Rodgers has lauded Dillon’s pass-catching abilities, likening his abilities to Packers RB1 and hybrid extraordinaire Aaron Jones. He even suggested that Dillon will be featured in myriad ways on passing plays this season. With former All-Pro Davante Adams now in Vegas, Marquez Valdes-Scantling in Kansas City, and rookie Christian Watson apparently not adapting quickly enough, none of this comes as a surprise.
Of Jones and Dillon, Rodgers said: “We’ve got to get our best 11 on the field, and it seems like those two are both in the best 11. I think 50 catches for both those guys is realistic.”
That certainly provides some tantalizing fodder for fantasy owners, but with Adams no longer in the picture and the passing game a shell of what it once was in Lambeau, will Jones and Dillon see the same levels of success they have enjoyed thus far in their respective careers?
Questions like those don’t seem to be asked enough with this team, especially the backfield. Opposing coaches and defensive units will likely be well-prepared if Green Bay adopts a newfound run-first and dink-and-dunk approach. Dillon went from 5.3 yards per carry in his rookie season to 4.3 last year. Will he continue regressing?
Fantasy drafters seem mesmerized by Dillon’s massive frame, his MVP quarterback, and his total 2021 numbers that easily surmount Stevenson’s. However, when you break everything down to upside, efficiency, and system, you arrive at a much different overall picture.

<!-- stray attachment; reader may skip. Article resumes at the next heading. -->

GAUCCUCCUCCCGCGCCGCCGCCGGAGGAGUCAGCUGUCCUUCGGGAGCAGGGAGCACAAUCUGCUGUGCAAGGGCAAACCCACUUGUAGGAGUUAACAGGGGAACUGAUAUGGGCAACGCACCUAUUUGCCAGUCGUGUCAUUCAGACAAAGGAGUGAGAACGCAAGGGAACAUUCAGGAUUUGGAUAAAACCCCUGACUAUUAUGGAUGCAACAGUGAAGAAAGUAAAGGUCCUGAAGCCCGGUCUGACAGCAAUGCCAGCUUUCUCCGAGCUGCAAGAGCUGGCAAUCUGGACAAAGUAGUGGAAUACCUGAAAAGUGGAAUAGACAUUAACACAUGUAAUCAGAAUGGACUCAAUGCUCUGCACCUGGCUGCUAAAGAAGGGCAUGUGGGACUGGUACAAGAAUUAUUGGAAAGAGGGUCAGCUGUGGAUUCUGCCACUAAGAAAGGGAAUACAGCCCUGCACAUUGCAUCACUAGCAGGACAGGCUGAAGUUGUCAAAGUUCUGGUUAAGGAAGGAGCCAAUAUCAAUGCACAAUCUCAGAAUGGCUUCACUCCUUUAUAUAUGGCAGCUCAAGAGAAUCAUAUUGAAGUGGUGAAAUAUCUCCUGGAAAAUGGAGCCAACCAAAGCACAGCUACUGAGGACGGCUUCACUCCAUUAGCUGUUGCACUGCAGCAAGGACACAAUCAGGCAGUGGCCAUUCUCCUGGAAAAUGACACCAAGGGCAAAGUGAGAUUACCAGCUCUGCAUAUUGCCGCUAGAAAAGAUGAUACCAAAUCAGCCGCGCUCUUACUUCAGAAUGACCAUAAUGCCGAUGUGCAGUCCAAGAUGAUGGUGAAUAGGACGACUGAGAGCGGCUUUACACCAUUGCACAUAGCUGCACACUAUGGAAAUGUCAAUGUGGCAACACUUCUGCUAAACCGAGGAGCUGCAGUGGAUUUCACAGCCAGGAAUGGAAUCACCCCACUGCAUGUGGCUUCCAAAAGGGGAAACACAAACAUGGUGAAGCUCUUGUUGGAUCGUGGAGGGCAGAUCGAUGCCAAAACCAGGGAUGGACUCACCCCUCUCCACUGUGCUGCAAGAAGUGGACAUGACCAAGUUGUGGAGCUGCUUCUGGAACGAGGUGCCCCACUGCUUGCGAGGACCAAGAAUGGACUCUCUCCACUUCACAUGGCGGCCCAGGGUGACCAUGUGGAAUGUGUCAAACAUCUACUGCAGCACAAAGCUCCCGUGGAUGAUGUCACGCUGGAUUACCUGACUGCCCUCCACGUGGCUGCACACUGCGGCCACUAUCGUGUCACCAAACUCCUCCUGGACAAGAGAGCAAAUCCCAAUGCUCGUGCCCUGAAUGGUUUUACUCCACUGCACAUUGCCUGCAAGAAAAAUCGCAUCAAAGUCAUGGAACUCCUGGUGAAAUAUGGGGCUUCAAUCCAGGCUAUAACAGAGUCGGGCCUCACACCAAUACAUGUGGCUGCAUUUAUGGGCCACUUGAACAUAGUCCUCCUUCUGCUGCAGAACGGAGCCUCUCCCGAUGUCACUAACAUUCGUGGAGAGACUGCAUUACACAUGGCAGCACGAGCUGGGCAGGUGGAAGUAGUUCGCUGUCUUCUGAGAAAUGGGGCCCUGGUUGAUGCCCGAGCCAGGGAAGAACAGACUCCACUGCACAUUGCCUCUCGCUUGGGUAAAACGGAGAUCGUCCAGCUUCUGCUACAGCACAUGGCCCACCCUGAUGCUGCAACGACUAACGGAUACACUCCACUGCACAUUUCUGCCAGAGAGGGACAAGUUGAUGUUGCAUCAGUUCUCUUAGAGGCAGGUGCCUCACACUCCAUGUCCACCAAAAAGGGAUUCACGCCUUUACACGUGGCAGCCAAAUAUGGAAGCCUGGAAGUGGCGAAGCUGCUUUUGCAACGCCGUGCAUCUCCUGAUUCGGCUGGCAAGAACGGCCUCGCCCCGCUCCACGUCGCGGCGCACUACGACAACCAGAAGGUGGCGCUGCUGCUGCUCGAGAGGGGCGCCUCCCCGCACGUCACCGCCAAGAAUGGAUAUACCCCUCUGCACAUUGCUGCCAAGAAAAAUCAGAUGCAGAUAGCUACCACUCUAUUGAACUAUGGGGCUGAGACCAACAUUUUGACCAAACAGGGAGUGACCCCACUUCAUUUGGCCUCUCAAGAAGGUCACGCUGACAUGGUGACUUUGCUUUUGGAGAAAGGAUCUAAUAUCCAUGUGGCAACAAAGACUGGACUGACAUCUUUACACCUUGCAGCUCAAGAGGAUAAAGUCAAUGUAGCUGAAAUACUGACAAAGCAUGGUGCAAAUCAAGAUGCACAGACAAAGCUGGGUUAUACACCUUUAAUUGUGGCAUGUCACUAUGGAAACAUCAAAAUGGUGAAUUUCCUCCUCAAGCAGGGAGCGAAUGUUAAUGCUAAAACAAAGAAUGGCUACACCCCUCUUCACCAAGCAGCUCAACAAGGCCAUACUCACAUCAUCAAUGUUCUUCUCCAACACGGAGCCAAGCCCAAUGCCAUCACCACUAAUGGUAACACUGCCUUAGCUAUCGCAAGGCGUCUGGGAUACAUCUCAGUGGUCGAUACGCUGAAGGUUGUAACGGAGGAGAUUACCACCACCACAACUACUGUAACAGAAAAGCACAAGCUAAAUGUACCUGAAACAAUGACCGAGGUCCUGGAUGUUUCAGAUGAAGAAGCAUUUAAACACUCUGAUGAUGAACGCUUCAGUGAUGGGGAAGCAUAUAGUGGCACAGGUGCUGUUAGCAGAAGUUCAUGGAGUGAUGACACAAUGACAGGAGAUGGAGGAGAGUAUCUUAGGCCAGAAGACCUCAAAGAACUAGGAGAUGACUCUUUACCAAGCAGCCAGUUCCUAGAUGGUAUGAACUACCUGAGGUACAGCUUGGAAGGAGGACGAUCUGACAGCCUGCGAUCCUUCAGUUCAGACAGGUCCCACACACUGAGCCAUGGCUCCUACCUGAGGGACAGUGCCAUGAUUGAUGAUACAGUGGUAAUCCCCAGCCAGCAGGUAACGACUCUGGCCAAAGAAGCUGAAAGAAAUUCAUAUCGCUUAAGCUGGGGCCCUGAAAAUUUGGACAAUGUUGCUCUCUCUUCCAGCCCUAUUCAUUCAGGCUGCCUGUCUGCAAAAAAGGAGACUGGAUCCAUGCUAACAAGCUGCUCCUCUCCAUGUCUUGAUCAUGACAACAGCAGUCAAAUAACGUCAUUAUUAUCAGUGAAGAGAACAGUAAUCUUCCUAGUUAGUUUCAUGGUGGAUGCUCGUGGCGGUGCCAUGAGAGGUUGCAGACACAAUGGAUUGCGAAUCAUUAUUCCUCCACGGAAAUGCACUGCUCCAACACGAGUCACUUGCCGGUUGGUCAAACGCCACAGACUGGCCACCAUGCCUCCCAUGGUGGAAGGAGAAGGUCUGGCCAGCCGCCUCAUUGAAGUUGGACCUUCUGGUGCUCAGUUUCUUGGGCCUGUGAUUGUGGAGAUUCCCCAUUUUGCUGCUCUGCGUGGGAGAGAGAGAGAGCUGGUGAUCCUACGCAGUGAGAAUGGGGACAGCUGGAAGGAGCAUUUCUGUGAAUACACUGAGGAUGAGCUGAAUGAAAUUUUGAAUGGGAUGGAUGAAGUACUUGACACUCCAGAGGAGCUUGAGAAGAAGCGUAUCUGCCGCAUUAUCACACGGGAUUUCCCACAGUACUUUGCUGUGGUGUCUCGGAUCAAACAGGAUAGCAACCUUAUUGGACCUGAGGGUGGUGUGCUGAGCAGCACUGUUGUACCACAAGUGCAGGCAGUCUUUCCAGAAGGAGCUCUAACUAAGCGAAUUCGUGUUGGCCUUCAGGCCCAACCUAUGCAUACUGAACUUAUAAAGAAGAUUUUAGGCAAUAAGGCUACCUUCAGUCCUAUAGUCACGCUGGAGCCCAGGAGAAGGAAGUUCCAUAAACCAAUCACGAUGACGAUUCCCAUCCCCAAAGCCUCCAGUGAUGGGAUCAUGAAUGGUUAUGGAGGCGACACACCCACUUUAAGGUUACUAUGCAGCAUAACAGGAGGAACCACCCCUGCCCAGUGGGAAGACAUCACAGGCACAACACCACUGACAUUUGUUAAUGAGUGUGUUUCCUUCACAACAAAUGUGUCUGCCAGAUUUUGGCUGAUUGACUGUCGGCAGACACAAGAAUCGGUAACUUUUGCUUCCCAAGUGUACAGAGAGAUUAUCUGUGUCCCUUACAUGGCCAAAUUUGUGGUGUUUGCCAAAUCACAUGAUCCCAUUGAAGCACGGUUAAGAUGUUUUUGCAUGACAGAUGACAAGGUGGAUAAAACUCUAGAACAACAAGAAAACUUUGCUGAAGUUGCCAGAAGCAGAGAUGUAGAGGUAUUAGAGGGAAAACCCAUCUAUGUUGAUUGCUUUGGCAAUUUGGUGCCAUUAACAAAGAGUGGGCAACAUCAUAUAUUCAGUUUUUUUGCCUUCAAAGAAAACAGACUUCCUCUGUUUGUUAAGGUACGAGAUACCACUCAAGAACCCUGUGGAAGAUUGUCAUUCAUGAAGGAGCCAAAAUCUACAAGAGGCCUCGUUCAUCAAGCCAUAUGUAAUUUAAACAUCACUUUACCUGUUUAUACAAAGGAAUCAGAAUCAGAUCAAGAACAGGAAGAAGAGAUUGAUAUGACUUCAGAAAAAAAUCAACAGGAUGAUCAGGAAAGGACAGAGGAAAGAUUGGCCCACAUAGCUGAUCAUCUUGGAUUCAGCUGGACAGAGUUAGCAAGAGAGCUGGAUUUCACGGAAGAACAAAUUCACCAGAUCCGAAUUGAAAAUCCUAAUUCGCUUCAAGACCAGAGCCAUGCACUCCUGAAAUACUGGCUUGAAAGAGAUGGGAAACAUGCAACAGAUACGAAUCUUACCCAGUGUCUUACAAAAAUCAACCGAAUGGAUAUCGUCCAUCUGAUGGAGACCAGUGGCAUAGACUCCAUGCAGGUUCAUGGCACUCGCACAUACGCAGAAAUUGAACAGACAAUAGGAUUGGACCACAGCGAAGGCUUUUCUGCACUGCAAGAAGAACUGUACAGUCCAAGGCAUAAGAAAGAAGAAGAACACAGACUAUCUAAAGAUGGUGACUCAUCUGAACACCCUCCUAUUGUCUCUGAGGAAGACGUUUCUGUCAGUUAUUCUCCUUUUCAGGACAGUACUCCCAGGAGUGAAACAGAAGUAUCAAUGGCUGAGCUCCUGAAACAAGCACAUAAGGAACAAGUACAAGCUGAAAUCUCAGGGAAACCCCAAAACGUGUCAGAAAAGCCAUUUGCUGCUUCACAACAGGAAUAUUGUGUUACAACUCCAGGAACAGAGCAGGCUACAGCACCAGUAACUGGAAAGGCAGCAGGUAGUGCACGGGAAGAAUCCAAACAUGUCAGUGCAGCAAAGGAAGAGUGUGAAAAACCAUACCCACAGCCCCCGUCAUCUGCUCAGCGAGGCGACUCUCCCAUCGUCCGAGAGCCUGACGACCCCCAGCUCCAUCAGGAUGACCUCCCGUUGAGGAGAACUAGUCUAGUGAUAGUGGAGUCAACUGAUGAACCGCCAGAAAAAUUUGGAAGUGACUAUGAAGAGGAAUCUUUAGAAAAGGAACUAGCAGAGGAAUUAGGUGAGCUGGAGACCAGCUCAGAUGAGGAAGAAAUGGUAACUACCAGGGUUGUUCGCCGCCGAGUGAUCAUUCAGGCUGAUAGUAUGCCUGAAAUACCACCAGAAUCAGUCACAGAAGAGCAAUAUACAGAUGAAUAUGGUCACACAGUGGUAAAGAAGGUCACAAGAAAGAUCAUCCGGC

Stevenson’s 50.5 yards on 11.1 carries per game last year bested Dillon’s 47.2 on 11.0. His 4.6 yards per carry beat out Dillon’s 4.3. His 2.7 average yards after contact topped Dillon’s 2.2. With the second-year back rightly attracting the attention of his head coach, he seems like the easier choice to see a bigger year-to-year usage uptick and in turn provide more value. The biggest worry with Stevenson is goal-line work, as Damien Harris is well established in that role, but given Stevenson’s size, he could easily take over inside the five.
We like both Stevenson and Dillon and wouldn’t pass on either in the mid-to-late 40s of a draft, but Stevenson offers the most upside.
The pick is … Stevenson
To get RotoBaller’s take on Stevenson vs. Dillon — or any four players you might be considering in your draft — check out their exclusive “Who to Draft?” tool below: